Richard Smith, former editor of the
British Medical Journal, has
jested that instead of scientific peer review, its rival
The Lancet had a system of throwing a pile of papers down the stairs and publishing
those that reached the bottom. On another occasion, Smith was challenged
to publish an issue of the
BMJ exclusively comprising papers that had failed peer review and see if anybody
noticed. He replied, “How do you know I haven’t already done
As Smith’s stories show, journal editors have a lot of power in science
- power that provides opportunities for abuse. The life science industry
knows this, and has increasingly moved to influence and control science
The strategy, often with the willing cooperation of publishers, is effective
and sometimes blatant. In 2009, the scientific publishing giant Elsevier
was found to have invented an
entire medical journal, complete with editorial board, in order to publish papers promoting the
products of the pharmaceutical manufacturer Merck. Merck provided the
papers, Elsevier published them, and doctors read them, unaware that the
Australasian Journal of Bone and Joint Medicine was simply a stuffed dummy.
Fast forward to September 2012, when the scientific journal
Food and Chemical Toxicology (FCT) published a study that caused an international storm (Séralini, et al. 2012). The study, led by Prof Gilles-Eric Séralini of the University
of Caen, France, suggested a Monsanto genetically modified (GM) maize,
and the Roundup herbicide it is grown with, pose serious health risks.
The two-year feeding study found that rats fed both suffered severe organ
damage and increased rates of tumors and premature death. Both the herbicide
(Roundup) and the GM maize are Monsanto products. Corinne Lepage, France’s
former environment minister, called the study
orchestrated campaign was launched to discredit the study in the media and persuade the journal
to retract it. Many of those who wrote letters to
FCT (which is published by Elsevier) had conflicts of interest with the GM
industry and its lobby groups, though these were
not publicly disclosed.
The journal did not retract the study. But just a few months later, in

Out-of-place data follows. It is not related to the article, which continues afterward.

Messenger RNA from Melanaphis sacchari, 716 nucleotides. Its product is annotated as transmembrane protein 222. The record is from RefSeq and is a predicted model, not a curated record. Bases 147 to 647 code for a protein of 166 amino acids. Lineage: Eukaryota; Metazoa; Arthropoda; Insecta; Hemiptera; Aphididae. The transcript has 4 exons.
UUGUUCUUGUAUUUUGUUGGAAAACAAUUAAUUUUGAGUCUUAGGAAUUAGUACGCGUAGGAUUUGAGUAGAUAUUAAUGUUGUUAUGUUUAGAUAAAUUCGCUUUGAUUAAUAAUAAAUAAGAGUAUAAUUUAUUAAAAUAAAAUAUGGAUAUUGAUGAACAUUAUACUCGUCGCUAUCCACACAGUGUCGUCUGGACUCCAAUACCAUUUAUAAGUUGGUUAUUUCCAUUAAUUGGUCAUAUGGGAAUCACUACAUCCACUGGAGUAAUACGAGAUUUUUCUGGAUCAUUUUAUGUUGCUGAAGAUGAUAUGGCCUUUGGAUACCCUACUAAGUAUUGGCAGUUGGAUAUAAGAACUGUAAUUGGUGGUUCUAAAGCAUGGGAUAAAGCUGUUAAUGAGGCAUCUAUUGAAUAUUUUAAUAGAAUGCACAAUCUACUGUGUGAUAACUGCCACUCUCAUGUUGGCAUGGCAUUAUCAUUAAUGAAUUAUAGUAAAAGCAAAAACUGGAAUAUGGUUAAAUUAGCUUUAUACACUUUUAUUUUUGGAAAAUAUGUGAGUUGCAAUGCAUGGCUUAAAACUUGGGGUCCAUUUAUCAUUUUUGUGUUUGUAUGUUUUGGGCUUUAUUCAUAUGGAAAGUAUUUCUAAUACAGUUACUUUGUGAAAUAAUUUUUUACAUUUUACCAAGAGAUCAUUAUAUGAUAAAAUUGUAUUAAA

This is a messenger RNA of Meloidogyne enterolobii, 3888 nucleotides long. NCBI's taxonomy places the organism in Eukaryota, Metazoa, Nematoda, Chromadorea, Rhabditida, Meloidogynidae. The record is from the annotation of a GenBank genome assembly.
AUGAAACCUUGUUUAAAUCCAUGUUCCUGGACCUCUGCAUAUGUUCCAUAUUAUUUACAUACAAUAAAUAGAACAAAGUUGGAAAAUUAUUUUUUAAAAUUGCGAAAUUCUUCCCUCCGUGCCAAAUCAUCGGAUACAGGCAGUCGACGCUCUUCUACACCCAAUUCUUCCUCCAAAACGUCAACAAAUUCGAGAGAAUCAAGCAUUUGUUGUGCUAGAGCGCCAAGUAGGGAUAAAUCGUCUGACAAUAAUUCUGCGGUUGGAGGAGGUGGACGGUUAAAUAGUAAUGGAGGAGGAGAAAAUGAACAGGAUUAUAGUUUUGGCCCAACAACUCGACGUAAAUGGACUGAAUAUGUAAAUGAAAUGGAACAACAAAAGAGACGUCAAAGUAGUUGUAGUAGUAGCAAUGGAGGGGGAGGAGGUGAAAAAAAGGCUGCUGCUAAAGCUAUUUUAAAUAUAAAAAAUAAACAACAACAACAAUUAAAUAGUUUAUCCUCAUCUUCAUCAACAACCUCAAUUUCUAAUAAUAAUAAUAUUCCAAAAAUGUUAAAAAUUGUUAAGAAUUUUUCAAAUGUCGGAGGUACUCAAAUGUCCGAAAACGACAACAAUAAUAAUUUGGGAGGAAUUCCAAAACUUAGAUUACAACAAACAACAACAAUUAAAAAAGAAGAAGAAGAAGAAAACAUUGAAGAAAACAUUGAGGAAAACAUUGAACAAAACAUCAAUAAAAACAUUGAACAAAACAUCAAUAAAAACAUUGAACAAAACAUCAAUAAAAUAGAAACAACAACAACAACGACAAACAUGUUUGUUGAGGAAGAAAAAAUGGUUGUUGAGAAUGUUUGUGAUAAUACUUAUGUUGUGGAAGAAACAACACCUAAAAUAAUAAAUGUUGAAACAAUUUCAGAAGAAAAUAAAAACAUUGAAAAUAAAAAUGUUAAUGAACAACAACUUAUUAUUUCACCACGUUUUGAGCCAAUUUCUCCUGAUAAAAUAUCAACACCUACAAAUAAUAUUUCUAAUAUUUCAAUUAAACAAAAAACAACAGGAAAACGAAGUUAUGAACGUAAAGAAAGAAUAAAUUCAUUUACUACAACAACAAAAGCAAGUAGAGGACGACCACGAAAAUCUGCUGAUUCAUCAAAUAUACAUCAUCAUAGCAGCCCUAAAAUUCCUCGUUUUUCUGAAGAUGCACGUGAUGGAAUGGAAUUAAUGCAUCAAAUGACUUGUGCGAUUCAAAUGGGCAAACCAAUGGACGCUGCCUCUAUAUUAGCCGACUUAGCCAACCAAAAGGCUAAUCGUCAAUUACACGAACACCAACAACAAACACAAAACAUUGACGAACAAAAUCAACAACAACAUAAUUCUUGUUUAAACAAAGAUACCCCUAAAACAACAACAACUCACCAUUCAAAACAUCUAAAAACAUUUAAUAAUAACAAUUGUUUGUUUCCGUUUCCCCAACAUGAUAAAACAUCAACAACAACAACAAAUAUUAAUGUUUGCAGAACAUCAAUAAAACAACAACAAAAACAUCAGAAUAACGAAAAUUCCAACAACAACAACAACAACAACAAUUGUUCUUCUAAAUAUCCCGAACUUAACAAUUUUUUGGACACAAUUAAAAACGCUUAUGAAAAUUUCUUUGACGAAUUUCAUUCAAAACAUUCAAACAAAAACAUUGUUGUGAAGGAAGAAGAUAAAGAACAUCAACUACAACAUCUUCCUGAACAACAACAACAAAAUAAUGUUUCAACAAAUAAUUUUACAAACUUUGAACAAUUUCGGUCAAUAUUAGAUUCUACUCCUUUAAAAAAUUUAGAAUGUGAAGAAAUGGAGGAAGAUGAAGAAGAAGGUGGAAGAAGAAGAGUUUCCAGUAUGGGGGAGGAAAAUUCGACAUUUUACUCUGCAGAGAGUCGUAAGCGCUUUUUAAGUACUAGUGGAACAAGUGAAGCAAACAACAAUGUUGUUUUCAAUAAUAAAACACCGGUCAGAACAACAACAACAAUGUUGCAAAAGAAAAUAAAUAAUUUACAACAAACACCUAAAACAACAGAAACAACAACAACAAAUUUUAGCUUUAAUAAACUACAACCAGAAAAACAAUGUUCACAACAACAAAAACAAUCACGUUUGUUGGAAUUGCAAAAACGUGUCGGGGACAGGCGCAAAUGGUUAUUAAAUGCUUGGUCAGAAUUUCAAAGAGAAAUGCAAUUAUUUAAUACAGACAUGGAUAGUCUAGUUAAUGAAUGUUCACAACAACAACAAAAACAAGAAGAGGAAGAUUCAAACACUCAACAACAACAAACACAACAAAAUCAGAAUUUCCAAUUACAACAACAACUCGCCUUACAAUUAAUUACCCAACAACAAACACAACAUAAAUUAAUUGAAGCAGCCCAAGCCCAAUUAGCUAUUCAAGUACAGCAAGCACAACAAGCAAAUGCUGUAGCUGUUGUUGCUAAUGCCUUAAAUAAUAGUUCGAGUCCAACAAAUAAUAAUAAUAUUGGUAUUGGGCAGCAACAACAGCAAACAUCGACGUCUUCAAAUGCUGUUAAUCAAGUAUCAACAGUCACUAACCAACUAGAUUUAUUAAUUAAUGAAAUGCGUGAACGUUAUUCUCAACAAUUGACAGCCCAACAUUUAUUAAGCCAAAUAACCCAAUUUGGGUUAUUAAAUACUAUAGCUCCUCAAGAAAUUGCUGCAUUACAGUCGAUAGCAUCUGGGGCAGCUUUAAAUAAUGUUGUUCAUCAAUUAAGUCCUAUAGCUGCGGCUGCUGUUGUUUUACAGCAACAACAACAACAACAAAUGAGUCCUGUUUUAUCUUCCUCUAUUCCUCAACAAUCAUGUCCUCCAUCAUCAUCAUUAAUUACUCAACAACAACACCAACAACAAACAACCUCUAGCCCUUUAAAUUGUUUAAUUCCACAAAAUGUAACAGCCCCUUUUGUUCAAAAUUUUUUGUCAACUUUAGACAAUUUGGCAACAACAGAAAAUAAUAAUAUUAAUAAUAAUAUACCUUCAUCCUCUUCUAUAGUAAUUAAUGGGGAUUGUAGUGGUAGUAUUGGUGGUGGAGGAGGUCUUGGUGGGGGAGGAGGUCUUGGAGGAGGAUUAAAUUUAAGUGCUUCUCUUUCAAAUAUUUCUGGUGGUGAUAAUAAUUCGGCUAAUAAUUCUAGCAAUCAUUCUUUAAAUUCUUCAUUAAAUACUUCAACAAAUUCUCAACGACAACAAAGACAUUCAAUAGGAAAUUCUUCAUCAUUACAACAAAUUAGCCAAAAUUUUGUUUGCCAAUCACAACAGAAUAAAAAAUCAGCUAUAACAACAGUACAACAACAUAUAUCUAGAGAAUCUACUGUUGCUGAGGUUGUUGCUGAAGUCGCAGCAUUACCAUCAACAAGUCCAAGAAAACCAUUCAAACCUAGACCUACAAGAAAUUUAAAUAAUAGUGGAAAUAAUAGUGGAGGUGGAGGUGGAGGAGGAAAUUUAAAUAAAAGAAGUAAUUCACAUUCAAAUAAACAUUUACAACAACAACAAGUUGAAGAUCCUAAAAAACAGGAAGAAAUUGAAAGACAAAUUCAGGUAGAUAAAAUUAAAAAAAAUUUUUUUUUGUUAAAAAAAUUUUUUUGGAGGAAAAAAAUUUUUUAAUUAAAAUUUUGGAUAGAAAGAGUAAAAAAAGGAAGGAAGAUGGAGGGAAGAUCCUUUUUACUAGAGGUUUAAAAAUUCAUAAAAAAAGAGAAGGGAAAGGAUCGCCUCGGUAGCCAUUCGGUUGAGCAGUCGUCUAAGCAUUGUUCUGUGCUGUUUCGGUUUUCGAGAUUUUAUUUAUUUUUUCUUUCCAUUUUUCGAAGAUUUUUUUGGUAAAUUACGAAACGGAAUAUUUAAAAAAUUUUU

early 2013 the
FCT editorial board acquired a new “Associate Editor for biotechnology“, Richard E. Goodman. This was a new position, seemingly established
especially for Goodman in the wake of the “Séralini affair”.
Richard E. Goodman is professor at the Food Allergy Research and Resource
Program, University of Nebraska. But he is also a former Monsanto employee,
who worked for the company between
1997 and 2004. While at Monsanto he assessed the allergenicity of the company’s
GM crops and published papers on its behalf on allergenicity and safety
issues relating to GM food (Goodman and Leach 2004).
Goodman had no documented connection to the journal until February 2013.
His fast-tracked appointment, directly onto the upper editorial board
raises urgent questions. Does Monsanto now effectively decide which papers
on biotechnology are published in
FCT? And is this part of an attempt by Monsanto and the life science industry
to seize control of science?
To equate one journal with “science” may seem like an exaggeration.
But peer-reviewed publication, in the minds of most scientists, is science.
Once a paper is published in an academic journal it enters the canon and
stands with the discovery of plate tectonics or the structure of DNA.
All other research, no matter how groundbreaking or true, is irrelevant.
As a scientist once scathingly said of the “commercially confidential”
industry safety data that underpin approvals of chemicals and GM foods,
“If it isn’t published, it doesn’t exist.”
Photo: Richard E Goodman, University of Nebraska
Goodman’s ILSI links
The industry affiliations of
FCT‘s new gatekeeper for biotechnology are not restricted to having
worked directly for Monsanto. Goodman has an
ongoing involvement with the International Life Sciences Institute (ILSI). ILSI
is funded by the multinational GM and agrochemical companies, including
Monsanto. It develops industry-friendly risk assessment methods for GM
foods and chemical food contaminants and inserts them into government
ILSI describes itself as a public interest non-profit but its infiltration
of regulatory agencies and influence on risk assessment policy has become
highly controversial in North America and Europe. In 2005 US-based non-profits
and trade unions
wrote to the World Health Organization (WHO) protesting against ILSI’s
influence on international health standards protecting food and water
supplies. As a result, the WHO
barred ILSI from taking part in WHO activities setting safety standards, because of
its funding sources. And in Europe in 2012, Diana Banati, then head of
the management board at the European Food Safety Authority (EFSA), had
to resign over her undisclosed long-standing involvement with ILSI (Robinson
et al. 2013).
Goodman’s appointment to
FCT is surprising also for the fact that the journal already has expertise
in GM food safety. Of the four senior editors, José L. Domingo
is a professor of toxicology and environmental health and author of two
comprehensive reviews of GM food safety studies (Domingo 2007;
Domingo and Bordonaba 2011). Both reviews expressed skepticism of the thesis that GMOs are safe.